The happenings "inside" the Wisconsin State Treasury and across the street at the State Capitol

The Economy & You #36: Specialization and Comparative Advantage


In a previous article, I wrote about the concepts of scarcity and choice (CFE #33). The article stated that whether an economy is simple or complex, decisions must be made as to what is produced and how much. The concepts of specialization and comparative advantage can be a part of the decision making process.

The idea that a person and society as a whole benefits from specializing in what they do best has a long history and is an important tenet of economics.  The British economist David Ricardo theorized that specialization and free trade will benefit all trading parties. This theory of comparative advantage states that even those parties that have an absolute advantage in the production of goods and services can benefit from trade. 

PRODUCTION (by task)

 

Food

Wood

Allan

5

5

Betty

10

8

 

The classic illustration of this is the example of a two person economy (usually on a deserted island) where Allan and Betty are marooned. Allan and Betty have only two tasks to accomplish, gathering food to eat and cutting wood for the fire.  In this example, Betty is able to gather more food in one day (10 bushels) and cut more wood in one day (8 logs) than Allan.  In this example, Betty has an absolute advantage in gathering food or cutting wood. 

One could think that since Betty is better at everything that she should do all of the food gathering and wood cutting.  This is not right since Betty has only so many hours in the day. Even though Allan is slower at gathering food and cutting wood, there is still a way for Allan to contribute so that both he and Betty are better off.  Through specialization and trade, the division of work (gathering food and cutting wood) can be made so that both Allan and Betty will be better off even though Betty is absolutely better at everything than Allan.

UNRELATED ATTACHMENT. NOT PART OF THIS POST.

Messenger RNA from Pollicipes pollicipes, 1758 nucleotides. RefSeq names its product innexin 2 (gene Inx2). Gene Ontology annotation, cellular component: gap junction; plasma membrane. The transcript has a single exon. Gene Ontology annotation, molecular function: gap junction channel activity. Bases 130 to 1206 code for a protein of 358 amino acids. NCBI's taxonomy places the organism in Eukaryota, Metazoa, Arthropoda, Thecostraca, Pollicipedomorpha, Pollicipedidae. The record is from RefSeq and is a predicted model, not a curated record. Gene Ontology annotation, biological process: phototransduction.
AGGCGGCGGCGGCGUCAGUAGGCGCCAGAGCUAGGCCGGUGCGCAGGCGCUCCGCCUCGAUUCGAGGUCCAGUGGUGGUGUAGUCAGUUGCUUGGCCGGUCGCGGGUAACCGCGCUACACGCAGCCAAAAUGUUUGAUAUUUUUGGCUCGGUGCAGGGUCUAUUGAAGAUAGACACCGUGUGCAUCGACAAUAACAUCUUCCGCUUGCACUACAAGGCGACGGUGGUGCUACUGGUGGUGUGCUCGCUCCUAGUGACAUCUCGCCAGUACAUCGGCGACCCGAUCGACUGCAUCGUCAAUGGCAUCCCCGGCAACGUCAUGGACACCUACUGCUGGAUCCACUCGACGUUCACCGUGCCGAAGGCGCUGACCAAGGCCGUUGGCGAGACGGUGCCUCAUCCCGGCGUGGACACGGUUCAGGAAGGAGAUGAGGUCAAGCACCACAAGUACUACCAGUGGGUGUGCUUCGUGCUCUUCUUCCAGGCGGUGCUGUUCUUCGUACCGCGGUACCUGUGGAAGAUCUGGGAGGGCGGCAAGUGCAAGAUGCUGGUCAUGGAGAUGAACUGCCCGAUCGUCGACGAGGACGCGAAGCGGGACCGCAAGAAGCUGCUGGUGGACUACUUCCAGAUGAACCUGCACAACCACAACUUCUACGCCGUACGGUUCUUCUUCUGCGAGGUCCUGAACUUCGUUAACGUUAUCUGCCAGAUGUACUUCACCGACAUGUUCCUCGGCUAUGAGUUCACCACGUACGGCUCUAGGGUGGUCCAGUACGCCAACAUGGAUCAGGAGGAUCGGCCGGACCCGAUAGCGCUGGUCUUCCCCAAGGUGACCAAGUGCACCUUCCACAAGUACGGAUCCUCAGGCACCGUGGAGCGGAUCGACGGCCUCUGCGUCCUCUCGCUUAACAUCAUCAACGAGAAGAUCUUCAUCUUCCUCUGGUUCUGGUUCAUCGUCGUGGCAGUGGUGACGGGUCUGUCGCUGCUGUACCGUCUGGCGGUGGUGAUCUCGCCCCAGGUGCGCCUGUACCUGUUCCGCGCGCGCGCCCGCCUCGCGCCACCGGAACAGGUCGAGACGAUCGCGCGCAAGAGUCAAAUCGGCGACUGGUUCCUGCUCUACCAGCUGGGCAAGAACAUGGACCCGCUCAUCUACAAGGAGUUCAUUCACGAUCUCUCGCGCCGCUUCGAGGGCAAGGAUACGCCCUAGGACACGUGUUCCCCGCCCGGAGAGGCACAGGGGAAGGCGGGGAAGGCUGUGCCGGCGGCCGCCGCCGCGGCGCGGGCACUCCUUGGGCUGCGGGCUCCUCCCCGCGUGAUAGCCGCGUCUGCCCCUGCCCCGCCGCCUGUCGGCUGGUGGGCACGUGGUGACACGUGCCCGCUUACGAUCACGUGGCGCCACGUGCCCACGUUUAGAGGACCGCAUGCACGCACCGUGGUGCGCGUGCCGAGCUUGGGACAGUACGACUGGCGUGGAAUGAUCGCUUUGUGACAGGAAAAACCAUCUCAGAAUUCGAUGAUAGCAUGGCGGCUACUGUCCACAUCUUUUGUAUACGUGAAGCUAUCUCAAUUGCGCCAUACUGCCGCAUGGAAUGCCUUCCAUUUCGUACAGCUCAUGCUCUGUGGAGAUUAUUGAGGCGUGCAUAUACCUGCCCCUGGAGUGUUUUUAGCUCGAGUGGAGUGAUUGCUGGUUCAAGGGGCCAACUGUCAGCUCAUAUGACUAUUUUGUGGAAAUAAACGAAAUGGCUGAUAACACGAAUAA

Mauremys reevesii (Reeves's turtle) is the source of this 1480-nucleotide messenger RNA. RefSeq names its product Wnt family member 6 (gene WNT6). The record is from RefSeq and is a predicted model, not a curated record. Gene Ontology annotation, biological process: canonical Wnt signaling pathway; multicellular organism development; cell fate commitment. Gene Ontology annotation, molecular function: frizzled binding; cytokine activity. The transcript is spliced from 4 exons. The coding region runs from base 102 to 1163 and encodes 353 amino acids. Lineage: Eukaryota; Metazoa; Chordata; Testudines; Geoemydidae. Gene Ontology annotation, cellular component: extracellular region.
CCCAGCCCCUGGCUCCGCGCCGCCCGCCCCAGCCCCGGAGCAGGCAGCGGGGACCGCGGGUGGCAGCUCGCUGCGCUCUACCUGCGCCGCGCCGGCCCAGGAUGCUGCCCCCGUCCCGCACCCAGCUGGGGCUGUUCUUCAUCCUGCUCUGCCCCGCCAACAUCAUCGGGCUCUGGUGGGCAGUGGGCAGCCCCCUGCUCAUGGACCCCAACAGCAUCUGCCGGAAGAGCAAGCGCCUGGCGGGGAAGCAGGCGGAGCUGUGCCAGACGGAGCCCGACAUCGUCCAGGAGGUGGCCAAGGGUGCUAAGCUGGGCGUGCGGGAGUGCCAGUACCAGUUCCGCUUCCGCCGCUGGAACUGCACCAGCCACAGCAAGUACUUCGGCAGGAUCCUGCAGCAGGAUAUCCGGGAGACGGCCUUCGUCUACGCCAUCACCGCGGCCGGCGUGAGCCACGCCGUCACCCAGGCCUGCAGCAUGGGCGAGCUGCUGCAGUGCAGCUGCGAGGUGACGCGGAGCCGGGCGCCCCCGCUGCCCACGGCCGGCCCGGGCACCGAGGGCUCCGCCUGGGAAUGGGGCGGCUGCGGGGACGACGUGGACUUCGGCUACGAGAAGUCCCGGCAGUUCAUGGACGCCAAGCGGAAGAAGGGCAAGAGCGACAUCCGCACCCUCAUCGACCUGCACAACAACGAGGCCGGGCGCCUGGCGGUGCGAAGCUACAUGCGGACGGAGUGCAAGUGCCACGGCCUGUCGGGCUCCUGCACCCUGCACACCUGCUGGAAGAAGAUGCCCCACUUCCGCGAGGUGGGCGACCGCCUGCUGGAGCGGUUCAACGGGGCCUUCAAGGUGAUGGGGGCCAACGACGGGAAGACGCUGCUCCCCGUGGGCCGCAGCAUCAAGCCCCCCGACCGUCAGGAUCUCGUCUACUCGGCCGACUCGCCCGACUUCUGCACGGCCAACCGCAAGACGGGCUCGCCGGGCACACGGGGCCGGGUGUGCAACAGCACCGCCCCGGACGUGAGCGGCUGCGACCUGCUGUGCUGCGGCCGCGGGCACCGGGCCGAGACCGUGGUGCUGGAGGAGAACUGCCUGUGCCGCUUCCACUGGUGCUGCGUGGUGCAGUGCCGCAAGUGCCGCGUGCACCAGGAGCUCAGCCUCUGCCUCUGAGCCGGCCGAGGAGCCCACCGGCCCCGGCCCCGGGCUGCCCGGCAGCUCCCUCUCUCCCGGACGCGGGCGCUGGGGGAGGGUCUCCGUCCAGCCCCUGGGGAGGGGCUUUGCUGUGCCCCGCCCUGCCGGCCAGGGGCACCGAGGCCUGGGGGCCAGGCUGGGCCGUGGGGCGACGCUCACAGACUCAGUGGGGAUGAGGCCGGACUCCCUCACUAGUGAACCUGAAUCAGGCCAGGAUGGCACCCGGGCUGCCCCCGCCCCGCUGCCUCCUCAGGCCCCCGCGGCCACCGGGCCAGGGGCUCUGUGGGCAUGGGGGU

PRODUCTION (separately)

 

PRODUCTION (specialization)

 

Food

Wood

   

Food

Wood

Allan

2.5

2.5

 

Allan

0

5

Betty

5

4

 

Betty

8

2.5

Total

7.5

6.5

 

Total

8

7.5

 In the example above, Betty can gather 10 bushels of food per day while Allan can only gather 5 bushels.  Also, Betty can cut 8 logs while Allan can cut 5 logs.  Betty has an absolute advantage in gathering food and cutting wood. Because time is limited, opportunity cost is created.  In this example, Allan has a comparative advantage in cutting wood in that Bill can cut wood at a lower opportunity cost than Betty. In this example, Allan’s opportunity cost is 1 log for 1 bushel of food, while Betty’s opportunity cost is 1 log for 1.25 bushels of food.

 If Allan and Betty complete tasks individually, they will produce 7.5 bushels of food and 6.5 logs of wood.  Yet, if Allan and Betty specialize in the tasks where they have a comparative advantage, they can produce 8 bushels of food and 7.5 logs of wood. Therefore, it would be best if Allan specializes in wood cutting and Betty specializes in food gathering. By doing so, Allan and Betty can increase their total production than if they performed these tasks individually.

USE (with trade)

 

Food

Wood

Allan

3

2.5

Betty

5

5

Total

8

7.5

 In addition, trade allows Allan and Betty to be better off.  Allan will trade some of his wood with Betty for food.  By trading, Allan will have .5 more bushels of food than if he had done the work by himself and Betty will have 1.0 more logs of wood.

 This example is the basic premise as to why most economists see the value of free trade.  Even if one country is better than another at producing all goods, there are advantages to both nations in specializing and trading.

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